The prevailing focus of our discussions has been to resolve and therefore improve the situation for the 30,000 people Labor left behind - they should not languish anymore. That is why it is important that we deal with this matter this week. I don't want to see, if there is the opportunity to take children off Christmas Island before Christmas, then I would like to see it done this week.
Crossbench Senators I know do not ideally support all the measures that are in this bill. These are the Government's measures. What they have done is come forward constructively to be part of the way forward and to enable us to move on from the debilitating debates of the past. The measures and agreements the Government have given would not have been possible 12 months ago, because the boats had not stopped, particularly in relation to the restoration of work rights and the incorporation of the 1500 post July 19 arrivals into the legacy caseload which will enable us to bring those children out of detention. The Government has been true to our commitments but pragmatic to get an outcome on our borders and our borders will be stronger as a result of this bill passing.
For anyone seeking to come to Australia by boat - you will be stopped, you will be turned back and you will never come to Australia. That was most recently demonstrated over last weekend with that Sri Lankan venture. For those who are already here, we are not offering you in this bill what you were promised by the people smugglers. But thanks to the crossbenchers, should the bill pass, people's claims will be processed efficiently and fairly. Families and children will be released from detention. While they wait to have their claims processed they will be able to work and support themselves and be a lesser burden on the taxpayer. There will be a sensible and funded increase in our humanitarian intake that will kick in once the backlog of Labor's legacy caseload has been resolved. Those who have been waiting years for their cases to be heard will now be processed.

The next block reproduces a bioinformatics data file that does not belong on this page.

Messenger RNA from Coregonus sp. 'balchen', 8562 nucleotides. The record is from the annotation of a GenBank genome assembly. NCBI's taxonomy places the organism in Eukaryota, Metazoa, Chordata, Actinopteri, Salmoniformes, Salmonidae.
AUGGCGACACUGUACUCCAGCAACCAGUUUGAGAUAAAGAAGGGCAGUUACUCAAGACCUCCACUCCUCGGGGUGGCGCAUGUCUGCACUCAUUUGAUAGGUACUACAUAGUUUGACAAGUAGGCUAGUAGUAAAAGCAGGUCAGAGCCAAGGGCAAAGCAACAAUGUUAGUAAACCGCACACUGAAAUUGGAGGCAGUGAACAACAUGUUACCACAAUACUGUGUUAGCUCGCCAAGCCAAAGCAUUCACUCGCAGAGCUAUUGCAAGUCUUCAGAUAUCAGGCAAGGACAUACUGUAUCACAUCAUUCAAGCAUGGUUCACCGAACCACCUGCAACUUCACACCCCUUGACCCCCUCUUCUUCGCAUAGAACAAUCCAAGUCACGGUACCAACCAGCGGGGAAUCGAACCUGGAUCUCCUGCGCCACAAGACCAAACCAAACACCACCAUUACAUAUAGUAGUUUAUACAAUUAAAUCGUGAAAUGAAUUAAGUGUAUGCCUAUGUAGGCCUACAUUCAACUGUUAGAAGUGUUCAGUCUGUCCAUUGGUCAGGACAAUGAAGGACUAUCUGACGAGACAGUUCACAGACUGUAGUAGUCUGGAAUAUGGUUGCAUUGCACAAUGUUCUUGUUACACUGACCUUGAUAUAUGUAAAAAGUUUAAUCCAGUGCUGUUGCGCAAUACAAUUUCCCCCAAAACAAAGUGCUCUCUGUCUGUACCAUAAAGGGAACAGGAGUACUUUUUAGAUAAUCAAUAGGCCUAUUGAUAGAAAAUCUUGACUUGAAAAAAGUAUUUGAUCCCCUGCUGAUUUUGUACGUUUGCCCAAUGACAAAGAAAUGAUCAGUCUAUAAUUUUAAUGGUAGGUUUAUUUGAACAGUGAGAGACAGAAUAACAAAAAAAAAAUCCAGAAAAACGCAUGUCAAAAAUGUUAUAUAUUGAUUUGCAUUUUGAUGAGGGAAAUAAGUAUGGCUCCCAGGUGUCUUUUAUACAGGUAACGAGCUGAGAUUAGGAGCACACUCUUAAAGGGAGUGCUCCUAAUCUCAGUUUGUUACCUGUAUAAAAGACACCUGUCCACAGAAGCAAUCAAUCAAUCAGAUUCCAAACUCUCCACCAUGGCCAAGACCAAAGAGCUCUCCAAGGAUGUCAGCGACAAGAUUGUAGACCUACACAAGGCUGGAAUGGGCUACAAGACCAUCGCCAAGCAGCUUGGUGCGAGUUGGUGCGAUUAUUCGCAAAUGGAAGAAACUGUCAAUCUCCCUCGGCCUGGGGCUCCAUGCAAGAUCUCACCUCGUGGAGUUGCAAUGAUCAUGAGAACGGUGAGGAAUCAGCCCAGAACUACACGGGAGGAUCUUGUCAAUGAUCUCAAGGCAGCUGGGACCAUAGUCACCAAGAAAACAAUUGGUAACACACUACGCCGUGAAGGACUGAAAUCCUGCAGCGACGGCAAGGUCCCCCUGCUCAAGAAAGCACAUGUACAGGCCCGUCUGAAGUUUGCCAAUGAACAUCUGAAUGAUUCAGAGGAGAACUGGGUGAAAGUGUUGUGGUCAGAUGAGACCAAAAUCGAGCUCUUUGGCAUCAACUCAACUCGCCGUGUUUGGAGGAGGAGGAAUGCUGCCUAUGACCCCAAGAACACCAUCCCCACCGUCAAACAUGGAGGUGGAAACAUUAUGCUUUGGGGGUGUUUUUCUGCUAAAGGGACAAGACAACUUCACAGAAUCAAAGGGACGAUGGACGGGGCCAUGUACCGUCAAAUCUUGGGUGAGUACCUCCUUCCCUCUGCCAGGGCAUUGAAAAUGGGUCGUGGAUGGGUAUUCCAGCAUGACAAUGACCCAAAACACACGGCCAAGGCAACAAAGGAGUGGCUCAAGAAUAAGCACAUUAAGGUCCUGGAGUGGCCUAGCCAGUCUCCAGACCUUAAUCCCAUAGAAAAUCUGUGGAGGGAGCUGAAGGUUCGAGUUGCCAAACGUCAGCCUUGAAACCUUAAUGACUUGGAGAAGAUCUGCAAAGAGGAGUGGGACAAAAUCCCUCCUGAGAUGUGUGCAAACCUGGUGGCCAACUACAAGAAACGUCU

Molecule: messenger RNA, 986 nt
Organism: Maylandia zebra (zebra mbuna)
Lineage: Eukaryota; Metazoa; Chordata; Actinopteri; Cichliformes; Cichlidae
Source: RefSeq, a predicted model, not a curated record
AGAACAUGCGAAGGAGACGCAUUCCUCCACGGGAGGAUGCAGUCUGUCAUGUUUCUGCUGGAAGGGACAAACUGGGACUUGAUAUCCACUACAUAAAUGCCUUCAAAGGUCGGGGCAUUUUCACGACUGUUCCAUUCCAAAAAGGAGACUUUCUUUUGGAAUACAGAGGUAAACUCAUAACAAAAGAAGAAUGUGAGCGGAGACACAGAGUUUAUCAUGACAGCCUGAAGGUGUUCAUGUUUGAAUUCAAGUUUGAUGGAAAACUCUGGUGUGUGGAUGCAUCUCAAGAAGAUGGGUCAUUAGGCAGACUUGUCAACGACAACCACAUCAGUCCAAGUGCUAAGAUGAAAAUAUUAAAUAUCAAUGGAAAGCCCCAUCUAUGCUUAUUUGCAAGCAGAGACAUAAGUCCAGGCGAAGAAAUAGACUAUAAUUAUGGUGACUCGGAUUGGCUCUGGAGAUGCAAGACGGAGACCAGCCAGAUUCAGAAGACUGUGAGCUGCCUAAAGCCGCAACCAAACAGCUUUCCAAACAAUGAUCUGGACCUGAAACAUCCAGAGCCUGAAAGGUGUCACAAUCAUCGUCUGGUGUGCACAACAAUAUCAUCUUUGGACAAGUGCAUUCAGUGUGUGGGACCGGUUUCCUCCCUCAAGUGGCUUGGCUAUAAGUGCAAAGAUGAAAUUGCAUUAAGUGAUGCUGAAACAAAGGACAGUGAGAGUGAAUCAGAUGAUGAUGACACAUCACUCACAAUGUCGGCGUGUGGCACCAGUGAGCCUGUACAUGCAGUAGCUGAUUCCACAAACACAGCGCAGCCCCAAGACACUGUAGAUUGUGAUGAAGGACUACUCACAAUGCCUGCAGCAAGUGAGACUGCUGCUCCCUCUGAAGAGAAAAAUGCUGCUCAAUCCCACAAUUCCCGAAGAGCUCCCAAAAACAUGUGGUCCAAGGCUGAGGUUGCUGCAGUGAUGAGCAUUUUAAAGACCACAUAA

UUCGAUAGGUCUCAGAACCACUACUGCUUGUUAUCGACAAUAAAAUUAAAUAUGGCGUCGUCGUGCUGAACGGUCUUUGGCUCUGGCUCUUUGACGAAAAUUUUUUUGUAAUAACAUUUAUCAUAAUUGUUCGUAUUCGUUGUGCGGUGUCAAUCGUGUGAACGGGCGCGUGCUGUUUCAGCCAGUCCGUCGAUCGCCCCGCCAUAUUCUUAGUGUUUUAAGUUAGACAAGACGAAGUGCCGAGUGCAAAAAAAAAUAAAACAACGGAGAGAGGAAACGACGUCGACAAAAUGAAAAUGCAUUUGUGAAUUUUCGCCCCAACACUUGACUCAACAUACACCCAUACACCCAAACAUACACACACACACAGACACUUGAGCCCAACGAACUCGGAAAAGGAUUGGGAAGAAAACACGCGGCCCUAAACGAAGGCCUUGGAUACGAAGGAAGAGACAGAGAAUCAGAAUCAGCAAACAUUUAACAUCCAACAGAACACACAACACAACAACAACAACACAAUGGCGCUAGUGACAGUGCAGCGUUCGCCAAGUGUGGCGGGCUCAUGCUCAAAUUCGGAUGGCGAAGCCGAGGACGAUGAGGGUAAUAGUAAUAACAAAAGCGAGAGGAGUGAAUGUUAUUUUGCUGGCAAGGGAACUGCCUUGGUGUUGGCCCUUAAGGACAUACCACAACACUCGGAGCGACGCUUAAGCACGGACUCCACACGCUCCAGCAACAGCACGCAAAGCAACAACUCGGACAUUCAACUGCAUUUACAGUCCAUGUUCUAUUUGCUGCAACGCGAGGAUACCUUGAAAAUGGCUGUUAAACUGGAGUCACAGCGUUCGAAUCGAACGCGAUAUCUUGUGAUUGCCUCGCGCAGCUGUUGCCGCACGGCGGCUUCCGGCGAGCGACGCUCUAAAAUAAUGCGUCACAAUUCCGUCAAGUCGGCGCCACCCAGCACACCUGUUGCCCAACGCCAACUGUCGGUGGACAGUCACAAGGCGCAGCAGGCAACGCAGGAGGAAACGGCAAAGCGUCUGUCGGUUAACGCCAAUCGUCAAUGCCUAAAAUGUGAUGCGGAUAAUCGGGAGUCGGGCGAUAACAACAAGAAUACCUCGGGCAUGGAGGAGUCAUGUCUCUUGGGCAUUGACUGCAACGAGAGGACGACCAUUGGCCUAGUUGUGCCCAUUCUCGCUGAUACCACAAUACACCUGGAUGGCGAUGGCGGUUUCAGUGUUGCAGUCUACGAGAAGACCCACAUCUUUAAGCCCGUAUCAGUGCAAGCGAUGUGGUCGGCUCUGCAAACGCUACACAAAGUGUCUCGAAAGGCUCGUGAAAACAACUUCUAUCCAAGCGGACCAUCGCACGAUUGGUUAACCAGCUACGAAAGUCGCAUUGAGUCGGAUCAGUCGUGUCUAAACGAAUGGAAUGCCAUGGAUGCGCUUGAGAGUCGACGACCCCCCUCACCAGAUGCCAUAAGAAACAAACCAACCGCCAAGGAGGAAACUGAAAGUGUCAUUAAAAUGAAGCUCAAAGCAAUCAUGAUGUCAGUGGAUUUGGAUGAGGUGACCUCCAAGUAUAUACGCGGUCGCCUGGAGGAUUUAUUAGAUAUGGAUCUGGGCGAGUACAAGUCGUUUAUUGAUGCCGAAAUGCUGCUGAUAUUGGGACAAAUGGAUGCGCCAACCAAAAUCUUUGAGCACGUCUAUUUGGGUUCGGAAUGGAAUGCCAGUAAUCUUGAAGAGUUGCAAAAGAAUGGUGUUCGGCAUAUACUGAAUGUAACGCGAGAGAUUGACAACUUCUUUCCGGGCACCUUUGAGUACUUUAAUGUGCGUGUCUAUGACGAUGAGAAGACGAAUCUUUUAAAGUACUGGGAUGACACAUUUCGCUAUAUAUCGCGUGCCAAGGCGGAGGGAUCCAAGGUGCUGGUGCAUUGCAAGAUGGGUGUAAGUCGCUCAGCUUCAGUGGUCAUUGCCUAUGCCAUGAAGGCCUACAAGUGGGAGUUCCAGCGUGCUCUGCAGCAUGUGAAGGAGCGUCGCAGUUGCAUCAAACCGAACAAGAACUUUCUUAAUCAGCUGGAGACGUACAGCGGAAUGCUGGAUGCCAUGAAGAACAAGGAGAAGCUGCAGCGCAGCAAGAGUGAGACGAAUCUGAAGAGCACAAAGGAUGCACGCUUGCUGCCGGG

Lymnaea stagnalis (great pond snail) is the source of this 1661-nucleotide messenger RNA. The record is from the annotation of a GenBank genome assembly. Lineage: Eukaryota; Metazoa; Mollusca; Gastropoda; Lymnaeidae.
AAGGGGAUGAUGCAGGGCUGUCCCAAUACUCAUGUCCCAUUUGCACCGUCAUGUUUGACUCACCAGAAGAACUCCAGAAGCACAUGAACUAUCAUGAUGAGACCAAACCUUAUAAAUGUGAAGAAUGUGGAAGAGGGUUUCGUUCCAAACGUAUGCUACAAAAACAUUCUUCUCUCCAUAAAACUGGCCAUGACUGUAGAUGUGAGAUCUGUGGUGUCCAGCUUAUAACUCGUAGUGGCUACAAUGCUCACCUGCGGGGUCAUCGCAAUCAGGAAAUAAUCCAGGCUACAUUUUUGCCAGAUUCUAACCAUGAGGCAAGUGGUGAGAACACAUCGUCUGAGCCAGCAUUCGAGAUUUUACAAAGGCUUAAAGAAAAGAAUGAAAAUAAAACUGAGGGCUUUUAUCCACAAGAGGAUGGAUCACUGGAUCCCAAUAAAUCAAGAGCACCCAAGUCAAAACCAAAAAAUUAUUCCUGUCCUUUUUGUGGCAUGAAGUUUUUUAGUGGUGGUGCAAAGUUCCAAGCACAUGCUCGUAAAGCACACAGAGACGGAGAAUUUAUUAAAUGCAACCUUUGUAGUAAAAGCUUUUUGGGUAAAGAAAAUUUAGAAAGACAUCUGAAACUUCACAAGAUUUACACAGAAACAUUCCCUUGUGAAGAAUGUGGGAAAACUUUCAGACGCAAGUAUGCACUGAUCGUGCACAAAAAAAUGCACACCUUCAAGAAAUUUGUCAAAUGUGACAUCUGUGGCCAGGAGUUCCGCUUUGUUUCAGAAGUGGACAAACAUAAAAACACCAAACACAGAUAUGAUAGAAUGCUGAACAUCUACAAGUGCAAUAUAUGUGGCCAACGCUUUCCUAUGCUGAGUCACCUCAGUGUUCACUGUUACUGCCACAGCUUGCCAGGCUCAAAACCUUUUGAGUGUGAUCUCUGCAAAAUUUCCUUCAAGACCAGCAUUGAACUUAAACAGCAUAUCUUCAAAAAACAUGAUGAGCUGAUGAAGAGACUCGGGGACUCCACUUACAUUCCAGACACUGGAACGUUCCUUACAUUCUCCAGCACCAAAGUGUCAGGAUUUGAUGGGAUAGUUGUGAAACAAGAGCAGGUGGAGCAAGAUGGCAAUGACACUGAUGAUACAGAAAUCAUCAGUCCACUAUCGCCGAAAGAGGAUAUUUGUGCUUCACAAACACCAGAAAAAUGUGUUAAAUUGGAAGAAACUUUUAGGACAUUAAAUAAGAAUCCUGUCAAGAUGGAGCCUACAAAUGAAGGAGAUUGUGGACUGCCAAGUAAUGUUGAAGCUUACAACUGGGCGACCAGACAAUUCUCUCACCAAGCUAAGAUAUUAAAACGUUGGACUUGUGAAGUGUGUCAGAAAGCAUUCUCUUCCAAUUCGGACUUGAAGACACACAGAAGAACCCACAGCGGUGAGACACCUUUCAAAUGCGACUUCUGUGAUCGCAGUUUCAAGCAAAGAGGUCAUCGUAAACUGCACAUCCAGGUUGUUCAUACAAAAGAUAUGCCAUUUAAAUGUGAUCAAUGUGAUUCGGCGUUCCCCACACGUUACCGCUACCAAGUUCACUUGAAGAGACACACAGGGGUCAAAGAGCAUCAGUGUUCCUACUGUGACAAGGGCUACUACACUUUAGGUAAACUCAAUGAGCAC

I want to thank the crossbenchers for their engagement in what has been a process that has been around six months. The ultimate determination of this bill is in the hands of the Senate. It is not for me to commentate on the position of individual Senators. I will leave that to those Senators but I thank them for the good faith discussions we have been in. We are all very aware of what we have discussed and what we would like to achieve and I am happy for the Senate to now consider the matter. But I note this - we need to move forward and the Government will need to move forward on this. We will need to process these individuals and we cannot allow this matter to continue to go on in the way it has which has been in a holding pattern because of the intransigence of Labor and the Greens previously in the Senate. This is our opportunity to make this situation better and I frankly commend the bill to the Senate.
Question: Minister the Safe Haven Enterprise Visas can you clarify the length of them, the duration of them? Can you reapply for a new one and is it in any way a pathway to permanency?
Minister Morrison: It is and the amendments that we will be introducing make that even clearer. It is a five year visa and as we announced previously for those who go to designated regional areas, those designations are made by those areas themselves as I noted previously in this room, where they go to those places and effectively work for three and a half out of those five years or study for three and a half out of those five years and obviously don't draw down benefits if they have been working for more than one and a half years; then they will be entitled to make an onshore application for another visa. That could be a 457 visa if they have acquired the skills over that period of time, working on a bridging visa currently they could commence the process of seeking to get those skills that would put them in a position to be able to apply for a skilled visa but equally they could apply for a student visa, they would apply for any number of other visas which are set out in the amendments that will be introduced into the Senate. I think that is a good initiative, it was a product of the discussions that Mr Palmer and I had and I look forward - it is a matter for Palmer United Party and what they do in the Senate. I am not going to speculate on that other than to say we will be putting into the Senate exactly what we agreed in our letter.